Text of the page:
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Discussion Starter · #1 ·
Was curious to know opinions on when a hive will swarm or not swarm. If the hive is not over crowded but getting close and you add a super with a QE before swarm cells appear, will the hive still potentially swarm? Trying to decide if I need to do a split or just let things bee.
 

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You can add more space, and they can swarm...or not. You can split, and they can swarm...or not. Ideally you do everything before swarm cells appear, unless you are wanting to do splits. Bottom line...we TRY to out-think the bees, but really, they have an agenda of their own! ;) Try to stay ahead of them...but truly, no guarantees. From a local perspective, I would be trying not to split this time of year (Rainy season...dearth...)November/December splits have worked well for me. The bees can force you into it, though! IMO only....add another super unless you see things different...

What is your present set-up? In FL, it is way different. The most common set up is one deep (or two medium) for brood, then QE, and up to 3 supers. I pull honey several times a year to keep the supers at one or two...not comfortable with 3 yet (dang hive beetles and ants can undo a hundred pounds of honey in a couple days if you don't see a hive getting weak...)
 

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Swarm impulse is a negative feedback of the Queen Mandibular Pheromone. If QMP distributes through the hive in sufficient concentration, swarm cells are suppressed. If not, then bees respond by generating swarm cells.

Within that simple negative control, things get immediately complicated, as QMP can be diluted by a host of interacting factors. Crowding (less molecules of QMP to each individual), nest isolation ( an extended chimney with multiple entrances means some bees are isolated from contact with the queen and her attendants), and, of course, lack of vigor in the queen.

Worker bees generate Juvenile Hormone (despite the name the level increase with age, and is associated with the conversion from house to forager). QMP and JH interact - the queen recieves a titer of JH from her attendants, and this informs her of the age structure of the hive. JH levels vary by the hours (lowest in mid-day). Low JH levels (driven by stress and crowding) suppress the house bee to forager conversion. This cohort of nest bees form the swarm core.
This and a couple of similar papers have details:
http://www.bioone.org/doi/abs/10.1603/0022-0493-98.2.274?journalCode=ecen
 

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Discussion Starter · #5 ·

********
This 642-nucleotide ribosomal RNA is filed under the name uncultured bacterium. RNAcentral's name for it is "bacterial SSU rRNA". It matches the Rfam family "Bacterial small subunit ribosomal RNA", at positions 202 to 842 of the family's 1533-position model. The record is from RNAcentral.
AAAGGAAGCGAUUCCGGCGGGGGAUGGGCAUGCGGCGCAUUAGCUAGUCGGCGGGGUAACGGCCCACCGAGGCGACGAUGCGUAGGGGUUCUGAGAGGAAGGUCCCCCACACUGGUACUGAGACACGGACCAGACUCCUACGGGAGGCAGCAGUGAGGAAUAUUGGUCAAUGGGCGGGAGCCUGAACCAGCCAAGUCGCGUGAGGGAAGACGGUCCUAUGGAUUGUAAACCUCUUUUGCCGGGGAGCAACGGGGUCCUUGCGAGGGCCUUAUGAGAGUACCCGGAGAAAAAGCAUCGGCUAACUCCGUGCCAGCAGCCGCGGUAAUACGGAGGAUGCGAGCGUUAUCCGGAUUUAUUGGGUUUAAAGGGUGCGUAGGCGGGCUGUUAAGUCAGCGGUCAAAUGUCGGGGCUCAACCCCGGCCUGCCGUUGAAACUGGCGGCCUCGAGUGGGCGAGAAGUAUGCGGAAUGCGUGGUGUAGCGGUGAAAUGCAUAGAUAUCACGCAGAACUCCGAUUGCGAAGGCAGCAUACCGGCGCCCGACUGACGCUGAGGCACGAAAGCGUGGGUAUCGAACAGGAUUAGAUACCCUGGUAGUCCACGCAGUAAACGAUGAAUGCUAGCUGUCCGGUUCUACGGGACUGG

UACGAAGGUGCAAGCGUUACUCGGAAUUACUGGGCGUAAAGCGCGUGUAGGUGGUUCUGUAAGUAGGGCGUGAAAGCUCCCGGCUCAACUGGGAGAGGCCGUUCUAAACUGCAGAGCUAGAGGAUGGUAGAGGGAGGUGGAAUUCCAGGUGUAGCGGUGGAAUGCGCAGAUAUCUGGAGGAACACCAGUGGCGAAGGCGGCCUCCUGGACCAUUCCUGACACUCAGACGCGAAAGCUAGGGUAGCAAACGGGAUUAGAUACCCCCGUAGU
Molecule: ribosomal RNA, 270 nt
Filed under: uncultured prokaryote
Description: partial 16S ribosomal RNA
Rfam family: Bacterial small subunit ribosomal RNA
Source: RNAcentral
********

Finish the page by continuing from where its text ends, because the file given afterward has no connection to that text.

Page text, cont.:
BIM - I have 2 Deeps and added a QE and 1 medium super 3 weeks ago. They are actively building comb, but no honey yet. My main goal is to try and stay ahead as best I can. So far the queen is actively laying in both deeps. Thanks for the input.
 

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Entire books have been written just on the topic of swarm control. I find Walt Wright's writing on the topic very enlightening. You can find those articles here or you can buy them (last I asked) on print or on CD. There is a lot of difference in controlling swarming during prime swarm season and during and after the flow. Certainly letting them run out of room can contribute, but even if you don't let them run out of room they may swarm. If the QMP theory was true then I wouldn't have hives with three year old queens very often, and I do have them often. I see Snelgrove's book is on Amazon for $2,204.64...

http://smile.amazon.com/Swarming-Co...1-3-fkmr0&keywords=snelgrove+swarm+beekeeping

Looks like ABEbooks has it for more like $12...

http://www.abebooks.com/servlet/Sea...sts=t&tn=Swarming:+Its+Control+and+Prevention

That is one of the books dedicated to the topic and it is 110 pages long.
 

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Just curious, if the qmp is what makes the hive react , have people experimented with adding the qmp ? Sorry Iam new and have a queen in alcohol ?
 

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>Just curious, if the qmp is what makes the hive react

QMP is necessary for a healthy productive hive. I'm not sure what you mean by "makes the hive react". If you mean a lack of it causes swarming, obviously it does not. It will set off queen rearing but queenless hives don't swarm. If you mean that an artificial excess would keep them from swarming, it would also keep them from replacing a failing queen.

> have people experimented with adding the qmp ?

I'm sure some experimentation has been done.

>Sorry Iam new and have a queen in alcohol ?

Which makes good swarm lure, especially when combined with lemongrass essential oil. I don't see any advantage to putting it in a queenright hive.
 

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Totally, utterly, completely OT, but it made me smile to see this link to Amazon and its support of Smile Train. One of my sons has a congenital cleft lip and palate, and even in this country of modern medicine, his care was complicated, and we face more surgeries. It makes me happy to see support for people with clefts who don't have access to medical care for this condition except via Smile Train.

Anyhow...time to order that book and read over the winter...
 
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